Adverse publicity follows the secrecy inherent in the Craft. The work within our ceremonies should continue to be so. We are not a secret society but a Society with secrets and membership of it should not be confidential. Unless we are more open in this regard recruitment to our ranks will continue to be difficult.

W BRO J A DANIELL (Service Industries - Manufacturing)

Brethren should at all times appear to others to be just and upright ensuring that the image of Freemasonry is not reported as a secret Society which itself breeds fear of the unknown. It should, however, acknowledge that like many service organisations it is a society with things it wishes to remain private.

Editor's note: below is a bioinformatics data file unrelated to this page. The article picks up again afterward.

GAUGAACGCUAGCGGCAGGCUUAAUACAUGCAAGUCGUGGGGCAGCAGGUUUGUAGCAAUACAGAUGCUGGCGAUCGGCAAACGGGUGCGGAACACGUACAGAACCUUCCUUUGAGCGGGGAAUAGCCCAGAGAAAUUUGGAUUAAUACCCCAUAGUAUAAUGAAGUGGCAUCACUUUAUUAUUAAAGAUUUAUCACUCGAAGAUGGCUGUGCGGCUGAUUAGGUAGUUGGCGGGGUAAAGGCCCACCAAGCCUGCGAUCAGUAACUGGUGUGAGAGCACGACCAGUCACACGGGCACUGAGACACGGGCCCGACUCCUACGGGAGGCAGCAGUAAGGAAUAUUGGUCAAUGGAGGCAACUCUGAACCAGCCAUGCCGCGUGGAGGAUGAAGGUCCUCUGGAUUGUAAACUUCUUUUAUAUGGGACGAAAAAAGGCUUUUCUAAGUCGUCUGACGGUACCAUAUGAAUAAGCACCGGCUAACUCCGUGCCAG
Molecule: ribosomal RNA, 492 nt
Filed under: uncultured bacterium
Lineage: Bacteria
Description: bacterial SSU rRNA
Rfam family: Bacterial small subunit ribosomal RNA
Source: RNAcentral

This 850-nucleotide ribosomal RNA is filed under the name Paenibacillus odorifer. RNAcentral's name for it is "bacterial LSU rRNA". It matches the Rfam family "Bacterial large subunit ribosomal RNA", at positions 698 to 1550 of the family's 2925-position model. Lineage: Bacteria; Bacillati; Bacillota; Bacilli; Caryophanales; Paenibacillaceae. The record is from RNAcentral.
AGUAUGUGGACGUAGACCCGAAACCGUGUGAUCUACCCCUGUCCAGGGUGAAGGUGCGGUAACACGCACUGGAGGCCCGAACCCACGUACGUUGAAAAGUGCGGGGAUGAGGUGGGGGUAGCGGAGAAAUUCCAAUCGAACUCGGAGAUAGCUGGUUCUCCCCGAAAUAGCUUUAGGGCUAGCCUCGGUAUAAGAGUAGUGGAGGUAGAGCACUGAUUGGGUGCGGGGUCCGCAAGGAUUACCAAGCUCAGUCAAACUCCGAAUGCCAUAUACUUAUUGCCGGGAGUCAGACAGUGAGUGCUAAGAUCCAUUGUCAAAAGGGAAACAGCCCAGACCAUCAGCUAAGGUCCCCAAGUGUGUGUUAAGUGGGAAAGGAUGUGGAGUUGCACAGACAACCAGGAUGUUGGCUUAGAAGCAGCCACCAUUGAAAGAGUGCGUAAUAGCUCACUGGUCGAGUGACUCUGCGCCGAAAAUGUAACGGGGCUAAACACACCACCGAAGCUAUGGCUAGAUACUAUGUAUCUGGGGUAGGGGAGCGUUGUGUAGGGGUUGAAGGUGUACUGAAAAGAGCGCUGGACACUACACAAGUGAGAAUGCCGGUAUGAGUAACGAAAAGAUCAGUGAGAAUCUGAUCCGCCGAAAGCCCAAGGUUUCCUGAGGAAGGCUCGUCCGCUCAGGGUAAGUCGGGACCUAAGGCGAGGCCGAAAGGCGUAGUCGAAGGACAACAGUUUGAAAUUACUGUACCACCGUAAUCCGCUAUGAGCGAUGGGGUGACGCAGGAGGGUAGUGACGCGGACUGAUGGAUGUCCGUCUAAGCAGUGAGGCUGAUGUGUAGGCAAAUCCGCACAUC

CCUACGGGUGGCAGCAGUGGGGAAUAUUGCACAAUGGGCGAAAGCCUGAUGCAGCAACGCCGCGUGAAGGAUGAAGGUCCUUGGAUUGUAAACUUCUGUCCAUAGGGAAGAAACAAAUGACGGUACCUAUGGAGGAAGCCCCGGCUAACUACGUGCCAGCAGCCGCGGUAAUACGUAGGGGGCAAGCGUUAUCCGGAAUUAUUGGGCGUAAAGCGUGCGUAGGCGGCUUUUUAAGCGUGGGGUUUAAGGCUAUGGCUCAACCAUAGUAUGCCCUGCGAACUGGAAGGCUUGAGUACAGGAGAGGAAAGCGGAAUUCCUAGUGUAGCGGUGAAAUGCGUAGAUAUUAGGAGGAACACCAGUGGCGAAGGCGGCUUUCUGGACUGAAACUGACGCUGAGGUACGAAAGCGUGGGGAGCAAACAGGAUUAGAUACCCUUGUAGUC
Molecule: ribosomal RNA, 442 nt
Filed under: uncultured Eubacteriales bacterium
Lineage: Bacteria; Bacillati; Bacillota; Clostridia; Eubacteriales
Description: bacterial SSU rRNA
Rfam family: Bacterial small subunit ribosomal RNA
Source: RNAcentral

Those who are not Masons should be made aware where possible of the many charities, large and small, that are supported by Freemasonry and made aware, not by vast advertising campaigns but by word of mouth or in the news columns of local newspapers. It is important to stress that while we support our own charities a vast number of those in receipt of monies are often not masonically connected.

Freemasons should make sure that it is more widely known that Freemasonry is not regarded as a substitute to religion but that it is based on belief in a Supreme being, which in many faiths is interpreted as God.

W BRO G F HODSON (Chief Fire Officer)